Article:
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Prior to the El Nino that brought warm water to California in 1982-83, bottlenose dolphins were primarily residents of the Southern California coast. When water temperatures returned to normal, some of the dolphins stayed north, expanding the species' range.

We are working in collaboration with a marine mammal research group in Monterey Bay, Okeanis, and researchers farther south along the entire California coast to compare their dolphin observations with ours. Based on photographs of individuals, most of the animals we see in San Francisco Bay have also been sighted in Monterey, and a few are known from Southern California.

This research is authorized by NOAA Fisheries
Letter of Confirmation #20386.

Photo-Identification: Similar to the Harbor Porpoise Project, we are compiling a catalog of bottlenose dolphins in the San Francisco Bay Area. Photographs will help us track animals over time — individuals are recognized by notches or scars on the dorsal fin. Currently, we have 97 adult dolphins in our photo-ID catalog. 

Bottlenose Dolphin Facts: 

  • Scientific nameTursiops truncatus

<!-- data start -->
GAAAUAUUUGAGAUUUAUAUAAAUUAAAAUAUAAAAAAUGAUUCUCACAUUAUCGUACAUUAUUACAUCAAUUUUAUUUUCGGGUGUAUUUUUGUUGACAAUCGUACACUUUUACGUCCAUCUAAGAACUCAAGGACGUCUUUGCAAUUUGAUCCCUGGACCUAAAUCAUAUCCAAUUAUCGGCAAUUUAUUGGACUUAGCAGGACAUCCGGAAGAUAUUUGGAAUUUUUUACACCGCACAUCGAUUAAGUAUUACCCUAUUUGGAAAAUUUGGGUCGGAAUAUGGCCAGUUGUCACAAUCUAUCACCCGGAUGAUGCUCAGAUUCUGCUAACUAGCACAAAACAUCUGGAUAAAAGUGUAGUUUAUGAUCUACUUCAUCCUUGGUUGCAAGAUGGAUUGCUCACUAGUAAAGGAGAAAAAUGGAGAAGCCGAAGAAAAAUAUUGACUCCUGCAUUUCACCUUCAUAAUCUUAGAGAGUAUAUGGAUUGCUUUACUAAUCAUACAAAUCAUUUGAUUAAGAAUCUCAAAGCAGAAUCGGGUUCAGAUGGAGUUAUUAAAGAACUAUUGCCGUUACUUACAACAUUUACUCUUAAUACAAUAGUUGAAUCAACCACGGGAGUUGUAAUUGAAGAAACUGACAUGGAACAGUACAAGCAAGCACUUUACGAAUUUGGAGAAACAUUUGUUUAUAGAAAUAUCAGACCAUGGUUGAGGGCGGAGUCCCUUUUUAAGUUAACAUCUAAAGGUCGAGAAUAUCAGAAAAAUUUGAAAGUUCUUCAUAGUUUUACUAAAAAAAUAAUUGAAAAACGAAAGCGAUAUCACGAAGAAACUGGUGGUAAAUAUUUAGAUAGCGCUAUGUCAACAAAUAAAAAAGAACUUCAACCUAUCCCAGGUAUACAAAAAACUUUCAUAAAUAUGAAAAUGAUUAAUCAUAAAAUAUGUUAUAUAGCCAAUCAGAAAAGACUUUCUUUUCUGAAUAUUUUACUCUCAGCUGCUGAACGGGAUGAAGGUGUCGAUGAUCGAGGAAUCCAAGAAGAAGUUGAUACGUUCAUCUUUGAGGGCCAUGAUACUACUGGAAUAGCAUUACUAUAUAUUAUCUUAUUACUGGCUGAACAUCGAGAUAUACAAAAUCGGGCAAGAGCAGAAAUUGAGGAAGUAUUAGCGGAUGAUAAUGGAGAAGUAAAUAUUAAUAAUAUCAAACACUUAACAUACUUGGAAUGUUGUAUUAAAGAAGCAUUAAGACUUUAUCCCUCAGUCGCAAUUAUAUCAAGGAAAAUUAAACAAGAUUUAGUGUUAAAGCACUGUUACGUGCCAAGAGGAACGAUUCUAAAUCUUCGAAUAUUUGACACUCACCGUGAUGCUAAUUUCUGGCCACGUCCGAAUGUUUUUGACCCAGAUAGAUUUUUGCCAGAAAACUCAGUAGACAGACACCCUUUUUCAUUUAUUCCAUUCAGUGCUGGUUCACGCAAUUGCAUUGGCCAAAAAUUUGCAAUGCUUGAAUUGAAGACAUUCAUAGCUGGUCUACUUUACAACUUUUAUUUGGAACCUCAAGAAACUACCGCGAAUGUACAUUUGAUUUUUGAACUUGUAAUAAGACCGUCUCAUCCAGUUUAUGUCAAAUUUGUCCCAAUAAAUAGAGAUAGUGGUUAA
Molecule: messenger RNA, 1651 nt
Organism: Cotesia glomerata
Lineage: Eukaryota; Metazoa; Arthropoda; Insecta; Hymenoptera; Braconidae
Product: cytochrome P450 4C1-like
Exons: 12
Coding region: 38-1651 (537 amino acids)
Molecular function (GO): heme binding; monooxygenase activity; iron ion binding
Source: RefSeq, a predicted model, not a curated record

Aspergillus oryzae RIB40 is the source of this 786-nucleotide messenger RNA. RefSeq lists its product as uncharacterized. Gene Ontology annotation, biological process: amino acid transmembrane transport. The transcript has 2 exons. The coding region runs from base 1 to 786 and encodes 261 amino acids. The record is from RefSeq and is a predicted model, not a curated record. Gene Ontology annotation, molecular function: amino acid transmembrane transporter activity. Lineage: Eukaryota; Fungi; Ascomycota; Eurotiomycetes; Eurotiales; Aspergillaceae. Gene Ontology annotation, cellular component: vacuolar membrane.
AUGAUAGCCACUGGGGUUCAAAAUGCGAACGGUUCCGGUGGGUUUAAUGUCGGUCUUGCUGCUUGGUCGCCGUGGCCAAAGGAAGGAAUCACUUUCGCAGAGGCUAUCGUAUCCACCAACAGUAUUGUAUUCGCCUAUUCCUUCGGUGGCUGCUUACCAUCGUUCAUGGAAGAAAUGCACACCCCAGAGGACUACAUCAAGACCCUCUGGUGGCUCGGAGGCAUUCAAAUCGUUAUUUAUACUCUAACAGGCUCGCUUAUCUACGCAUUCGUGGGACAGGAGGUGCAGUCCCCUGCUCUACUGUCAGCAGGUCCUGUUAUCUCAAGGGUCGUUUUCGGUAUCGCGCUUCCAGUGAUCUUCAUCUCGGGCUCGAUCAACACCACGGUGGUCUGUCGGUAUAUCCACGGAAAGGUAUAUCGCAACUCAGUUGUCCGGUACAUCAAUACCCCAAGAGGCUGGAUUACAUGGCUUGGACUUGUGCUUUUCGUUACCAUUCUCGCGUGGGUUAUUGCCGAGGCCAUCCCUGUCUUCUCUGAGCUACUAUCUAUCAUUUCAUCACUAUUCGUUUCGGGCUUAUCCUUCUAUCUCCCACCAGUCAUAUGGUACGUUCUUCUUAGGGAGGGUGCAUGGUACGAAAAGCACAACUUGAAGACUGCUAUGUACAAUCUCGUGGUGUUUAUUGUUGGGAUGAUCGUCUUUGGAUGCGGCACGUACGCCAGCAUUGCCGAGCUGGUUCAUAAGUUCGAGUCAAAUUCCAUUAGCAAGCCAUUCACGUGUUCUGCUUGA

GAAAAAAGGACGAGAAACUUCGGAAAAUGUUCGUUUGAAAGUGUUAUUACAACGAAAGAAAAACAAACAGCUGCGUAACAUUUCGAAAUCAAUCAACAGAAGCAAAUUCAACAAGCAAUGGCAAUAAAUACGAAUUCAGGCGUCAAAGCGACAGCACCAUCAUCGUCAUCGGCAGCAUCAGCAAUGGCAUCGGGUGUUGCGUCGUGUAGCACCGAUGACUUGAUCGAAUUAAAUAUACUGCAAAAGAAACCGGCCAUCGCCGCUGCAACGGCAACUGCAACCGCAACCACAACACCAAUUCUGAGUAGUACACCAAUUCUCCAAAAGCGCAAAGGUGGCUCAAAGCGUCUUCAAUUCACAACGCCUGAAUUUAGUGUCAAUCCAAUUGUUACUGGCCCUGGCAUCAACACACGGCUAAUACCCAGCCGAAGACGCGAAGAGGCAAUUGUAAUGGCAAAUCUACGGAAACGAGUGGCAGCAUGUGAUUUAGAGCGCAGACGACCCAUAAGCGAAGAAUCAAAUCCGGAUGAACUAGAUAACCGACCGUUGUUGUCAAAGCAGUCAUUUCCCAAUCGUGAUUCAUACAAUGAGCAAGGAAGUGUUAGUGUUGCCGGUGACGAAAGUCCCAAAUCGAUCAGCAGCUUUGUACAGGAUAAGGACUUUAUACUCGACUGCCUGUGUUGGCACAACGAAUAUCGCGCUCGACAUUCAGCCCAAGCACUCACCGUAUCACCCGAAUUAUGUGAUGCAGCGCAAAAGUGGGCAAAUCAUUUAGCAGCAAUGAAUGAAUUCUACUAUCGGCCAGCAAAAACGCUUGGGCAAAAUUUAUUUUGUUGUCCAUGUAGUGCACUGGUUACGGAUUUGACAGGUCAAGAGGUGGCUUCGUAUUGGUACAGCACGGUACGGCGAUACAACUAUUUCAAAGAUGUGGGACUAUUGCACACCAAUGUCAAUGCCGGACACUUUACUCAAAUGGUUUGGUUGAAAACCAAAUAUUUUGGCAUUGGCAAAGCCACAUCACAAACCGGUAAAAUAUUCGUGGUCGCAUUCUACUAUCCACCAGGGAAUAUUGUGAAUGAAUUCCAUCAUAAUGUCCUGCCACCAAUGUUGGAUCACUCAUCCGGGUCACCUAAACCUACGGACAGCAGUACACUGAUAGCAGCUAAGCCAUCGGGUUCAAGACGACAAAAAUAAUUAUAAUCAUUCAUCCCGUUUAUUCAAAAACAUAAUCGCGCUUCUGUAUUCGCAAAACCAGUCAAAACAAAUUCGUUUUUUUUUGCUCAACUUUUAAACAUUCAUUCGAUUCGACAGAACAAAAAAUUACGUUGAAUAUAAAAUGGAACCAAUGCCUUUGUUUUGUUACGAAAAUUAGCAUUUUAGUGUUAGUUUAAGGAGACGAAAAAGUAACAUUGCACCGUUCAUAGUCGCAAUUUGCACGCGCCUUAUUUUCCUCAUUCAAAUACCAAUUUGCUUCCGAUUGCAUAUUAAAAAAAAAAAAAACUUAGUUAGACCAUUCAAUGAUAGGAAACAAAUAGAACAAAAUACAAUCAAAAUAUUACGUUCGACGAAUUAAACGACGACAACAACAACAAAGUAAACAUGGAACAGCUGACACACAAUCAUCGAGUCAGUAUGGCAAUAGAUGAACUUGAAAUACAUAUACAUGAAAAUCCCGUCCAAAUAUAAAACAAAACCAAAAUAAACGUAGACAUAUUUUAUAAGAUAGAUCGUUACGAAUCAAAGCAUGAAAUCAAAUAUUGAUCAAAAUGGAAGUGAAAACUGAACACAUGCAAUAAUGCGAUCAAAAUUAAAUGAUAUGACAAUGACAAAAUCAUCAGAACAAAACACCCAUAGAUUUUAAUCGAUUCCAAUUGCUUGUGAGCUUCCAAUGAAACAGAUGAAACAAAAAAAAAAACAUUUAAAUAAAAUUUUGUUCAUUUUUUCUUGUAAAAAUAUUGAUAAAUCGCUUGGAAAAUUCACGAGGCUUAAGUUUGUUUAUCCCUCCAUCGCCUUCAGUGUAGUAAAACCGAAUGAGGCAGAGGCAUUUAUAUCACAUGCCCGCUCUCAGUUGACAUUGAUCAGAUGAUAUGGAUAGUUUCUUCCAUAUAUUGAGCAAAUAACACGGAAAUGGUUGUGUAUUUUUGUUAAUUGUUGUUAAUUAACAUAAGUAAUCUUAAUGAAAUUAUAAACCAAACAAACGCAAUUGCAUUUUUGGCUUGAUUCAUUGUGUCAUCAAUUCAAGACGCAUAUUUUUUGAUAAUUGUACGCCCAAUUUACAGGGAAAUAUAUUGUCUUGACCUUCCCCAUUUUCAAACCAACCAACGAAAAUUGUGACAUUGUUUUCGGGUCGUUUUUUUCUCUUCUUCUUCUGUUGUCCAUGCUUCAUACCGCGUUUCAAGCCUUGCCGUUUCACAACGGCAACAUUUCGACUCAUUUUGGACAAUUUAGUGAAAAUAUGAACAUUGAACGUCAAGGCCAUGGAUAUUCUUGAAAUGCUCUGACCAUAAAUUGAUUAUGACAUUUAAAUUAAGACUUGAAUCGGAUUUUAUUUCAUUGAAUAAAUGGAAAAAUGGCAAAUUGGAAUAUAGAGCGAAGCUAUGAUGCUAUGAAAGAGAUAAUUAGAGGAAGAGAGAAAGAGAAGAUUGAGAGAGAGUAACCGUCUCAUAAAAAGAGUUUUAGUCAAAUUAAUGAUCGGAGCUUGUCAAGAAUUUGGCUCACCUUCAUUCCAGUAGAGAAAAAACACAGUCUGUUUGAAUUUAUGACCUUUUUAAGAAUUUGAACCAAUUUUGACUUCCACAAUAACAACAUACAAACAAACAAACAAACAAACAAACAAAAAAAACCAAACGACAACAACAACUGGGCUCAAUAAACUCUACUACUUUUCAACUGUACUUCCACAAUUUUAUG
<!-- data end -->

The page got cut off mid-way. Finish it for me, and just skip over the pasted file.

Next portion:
• Length: 8 - 11 ft
  • Weight: 300-500 lbs, males larger than females
  • Lifespan: up to 50 yrs
  • Calves: single calves can be born anytime after a gestation of 12 months, are nursed for up to 18 months and may remain with the mother for 3 or 4 years 
  • Diet: wide variety of fish, squid, crustaceans
  • Range: Warm and temperate waters worldwide. In California the coastal stock occurs in shallow water  north to San Francisco, Marin and Sonoma Counties  
  • Population: 500-600 in California 
  • Conservation status: vulnerable, but not endangered
Dolphin with prominent scars
Bottlenose Dolphin Project

Bottlenose Dolphins are recent visitors to San Francisco Bay. The northern limit of their regular range is currently the Pacific coast off San Francisco and Marin County, and they occasionally enter the Bay, sometimes foraging for fish in Fort Point Cove, just east of the Golden Gate Bridge.  
  • SF Bay Area: look for small groups along our coastal beaches, especially Ocean Beach in San Francisco. They are also seen occasionally at Rodeo Beach and Stinson Beach in Marin County, and near Bodega Bay in Sonoma County. One dolphin has been sighted repeatedly in San Francisco Bay off Alameda since July 2016. 

Illustration by Uko Gorter

A trio of bottlenose dolphins, including a calf


Field Studies of Porpoises, Dolphins & Whales